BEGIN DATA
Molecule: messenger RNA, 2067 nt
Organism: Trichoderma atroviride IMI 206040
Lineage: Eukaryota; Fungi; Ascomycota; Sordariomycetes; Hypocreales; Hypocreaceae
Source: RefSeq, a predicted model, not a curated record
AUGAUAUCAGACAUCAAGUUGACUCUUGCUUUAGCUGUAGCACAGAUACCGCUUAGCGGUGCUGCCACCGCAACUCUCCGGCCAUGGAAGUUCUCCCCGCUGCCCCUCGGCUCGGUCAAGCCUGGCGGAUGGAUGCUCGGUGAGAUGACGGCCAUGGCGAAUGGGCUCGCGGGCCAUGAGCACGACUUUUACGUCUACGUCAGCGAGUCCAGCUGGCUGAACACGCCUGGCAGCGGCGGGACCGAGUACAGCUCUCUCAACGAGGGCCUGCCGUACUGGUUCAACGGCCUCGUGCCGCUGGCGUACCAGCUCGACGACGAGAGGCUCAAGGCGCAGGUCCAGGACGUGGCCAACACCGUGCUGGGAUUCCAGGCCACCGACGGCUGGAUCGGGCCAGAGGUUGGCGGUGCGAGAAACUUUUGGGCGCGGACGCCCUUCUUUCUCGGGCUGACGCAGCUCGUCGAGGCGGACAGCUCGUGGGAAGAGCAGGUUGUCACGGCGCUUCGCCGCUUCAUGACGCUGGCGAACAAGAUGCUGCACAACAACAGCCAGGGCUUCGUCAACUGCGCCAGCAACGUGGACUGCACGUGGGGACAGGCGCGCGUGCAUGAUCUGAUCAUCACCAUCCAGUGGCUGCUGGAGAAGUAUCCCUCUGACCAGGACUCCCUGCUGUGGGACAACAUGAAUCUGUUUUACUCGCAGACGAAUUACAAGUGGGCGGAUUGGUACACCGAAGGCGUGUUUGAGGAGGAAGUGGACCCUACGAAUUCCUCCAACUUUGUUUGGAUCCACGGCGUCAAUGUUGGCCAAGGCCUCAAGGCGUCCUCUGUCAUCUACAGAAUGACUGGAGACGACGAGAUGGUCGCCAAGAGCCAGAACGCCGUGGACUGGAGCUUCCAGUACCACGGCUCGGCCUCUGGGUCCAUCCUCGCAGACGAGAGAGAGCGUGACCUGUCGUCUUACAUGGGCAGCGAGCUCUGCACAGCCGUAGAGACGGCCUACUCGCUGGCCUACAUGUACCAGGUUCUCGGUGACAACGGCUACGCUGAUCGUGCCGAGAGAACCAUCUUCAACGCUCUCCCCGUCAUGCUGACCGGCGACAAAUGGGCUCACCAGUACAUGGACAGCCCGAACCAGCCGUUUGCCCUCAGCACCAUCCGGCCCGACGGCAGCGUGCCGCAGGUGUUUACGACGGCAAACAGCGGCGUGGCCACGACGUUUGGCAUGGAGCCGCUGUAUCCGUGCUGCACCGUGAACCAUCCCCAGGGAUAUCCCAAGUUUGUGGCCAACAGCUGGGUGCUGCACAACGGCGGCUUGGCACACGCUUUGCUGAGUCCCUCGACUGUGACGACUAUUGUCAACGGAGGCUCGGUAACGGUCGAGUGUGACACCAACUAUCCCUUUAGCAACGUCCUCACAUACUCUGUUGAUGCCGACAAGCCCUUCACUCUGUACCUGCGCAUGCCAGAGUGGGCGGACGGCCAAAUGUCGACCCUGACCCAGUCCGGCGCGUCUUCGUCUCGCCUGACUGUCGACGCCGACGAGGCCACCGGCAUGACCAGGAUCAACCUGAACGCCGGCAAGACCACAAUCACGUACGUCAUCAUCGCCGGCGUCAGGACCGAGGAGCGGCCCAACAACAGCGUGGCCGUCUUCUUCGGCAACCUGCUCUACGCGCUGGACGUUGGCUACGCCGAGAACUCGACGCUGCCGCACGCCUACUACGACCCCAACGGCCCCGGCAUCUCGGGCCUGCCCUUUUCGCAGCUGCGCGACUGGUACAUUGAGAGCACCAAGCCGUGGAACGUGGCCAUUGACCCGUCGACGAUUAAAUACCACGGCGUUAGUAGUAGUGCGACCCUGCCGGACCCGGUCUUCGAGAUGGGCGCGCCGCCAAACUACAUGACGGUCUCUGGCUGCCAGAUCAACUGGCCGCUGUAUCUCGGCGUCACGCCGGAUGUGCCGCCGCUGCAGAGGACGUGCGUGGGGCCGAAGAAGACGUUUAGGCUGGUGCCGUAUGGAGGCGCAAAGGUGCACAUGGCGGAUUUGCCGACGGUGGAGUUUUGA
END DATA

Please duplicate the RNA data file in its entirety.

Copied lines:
Molecule: messenger RNA, 2067 nt
Organism: Trichoderma atroviride IMI 206040
Lineage: Eukaryota; Fungi; Ascomycota; Sordariomycetes; Hypocreales; Hypocreaceae
Source: RefSeq, a predicted model, not a curated record
AUGAUAUCAGACAUCAAGUUGACUCUUGCUUUAGCUGUAGCACAGAUACCGCUUAGCGGUGCUGCCACCGCAACUCUCCGGCCAUGGAAGUUCUCCCCGCUGCCCCUCGGCUCGGUCAAGCCUGGCGGAUGGAUGCUCGGUGAGAUGACGGCCAUGGCGAAUGGGCUCGCGGGCCAUGAGCACGACUUUUACGUCUACGUCAGCGAGUCCAGCUGGCUGAACACGCCUGGCAGCGGCGGGACCGAGUACAGCUCUCUCAACGAGGGCCUGCCGUACUGGUUCAACGGCCUCGUGCCGCUGGCGUACCAGCUCGACGACGAGAGGCUCAAGGCGCAGGUCCAGGACGUGGCCAACACCGUGCUGGGAUUCCAGGCCACCGACGGCUGGAUCGGGCCAGAGGUUGGCGGUGCGAGAAACUUUUGGGCGCGGACGCCCUUCUUUCUCGGGCUGACGCAGCUCGUCGAGGCGGACAGCUCGUGGGAAGAGCAGGUUGUCACGGCGCUUCGCCGCUUCAUGACGCUGGCGAACAAGAUGCUGCACAACAACAGCCAGGGCUUCGUCAACUGCGCCAGCAACGUGGACUGCACGUGGGGACAGGCGCGCGUGCAUGAUCUGAUCAUCACCAUCCAGUGGCUGCUGGAGAAGUAUCCCUCUGACCAGGACUCCCUGCUGUGGGACAACAUGAAUCUGUUUUACUCGCAGACGAAUUACAAGUGGGCGGAUUGGUACACCGAAGGCGUGUUUGAGGAGGAAGUGGACCCUACGAAUUCCUCCAACUUUGUUUGGAUCCACGGCGUCAAUGUUGGCCAAGGCCUCAAGGCGUCCUCUGUCAUCUACAGAAUGACUGGAGACGACGAGAUGGUCGCCAAGAGCCAGAACGCCGUGGACUGGAGCUUCCAGUACCACGGCUCGGCCUCUGGGUCCAUCCUCGCAGACGAGAGAGAGCGUGACCUGUCGUCUUACAUGGGCAGCGAGCUCUGCACAGCCGUAGAGACGGCCUACUCGCUGGCCUACAUGUACCAGGUUCUCGGUGACAACGGCUACGCUGAUCGUGCCGAGAGAACCAUCUUCAACGCUCUCCCCGUCAUGCUGACCGGCGACAAAUGGGCUCACCAGUACAUGGACAGCCCGAACCAGCCGUUUGCCCUCAGCACCAUCCGGCCCGACGGCAGCGUGCCGCAGGUGUUUACGACGGCAAACAGCGGCGUGGCCACGACGUUUGGCAUGGAGCCGCUGUAUCCGUGCUGCACCGUGAACCAUCCCCAGGGAUAUCCCAAGUUUGUGGCCAACAGCUGGGUGCUGCACAACGGCGGCUUGGCACACGCUUUGCUGAGUCCCUCGACUGUGACGACUAUUGUCAACGGAGGCUCGGUAACGGUCGAGUGUGACACCAACUAUCCCUUUAGCAACGUCCUCACAUACUCUGUUGAUGCCGACAAGCCCUUCACUCUGUACCUGCGCAUGCCAGAGUGGGCGGACGGCCAAAUGUCGACCCUGACCCAGUCCGGCGCGUCUUCGUCUCGCCUGACUGUCGACGCCGACGAGGCCACCGGCAUGACCAGGAUCAACCUGAACGCCGGCAAGACCACAAUCACGUACGUCAUCAUCGCCGGCGUCAGGACCGAGGAGCGGCCCAACAACAGCGUGGCCGUCUUCUUCGGCAACCUGCUCUACGCGCUGGACGUUGGCUACGCCGAGAACUCGACGCUGCCGCACGCCUACUACGACCCCAACGGCCCCGGCAUCUCGGGCCUGCCCUUUUCGCAGCUGCGCGACUGGUACAUUGAGAGCACCAAGCCGUGGAACGUGGCCAUUGACCCGUCGACGAUUAAAUACCACGGCGUUAGUAGUAGUGCGACCCUGCCGGACCCGGUCUUCGAGAUGGGCGCGCCGCCAAACUACAUGACGGUCUCUGGCUGCCAGAUCAACUGGCCGCUGUAUCUCGGCGUCACGCCGGAUGUGCCGCCGCUGCAGAGGACGUGCGUGGGGCCGAAGAAGACGUUUAGGCUGGUGCCGUAUGGAGGCGCAAAGGUGCACAUGGCGGAUUUGCCGACGGUGGAGUUUUGA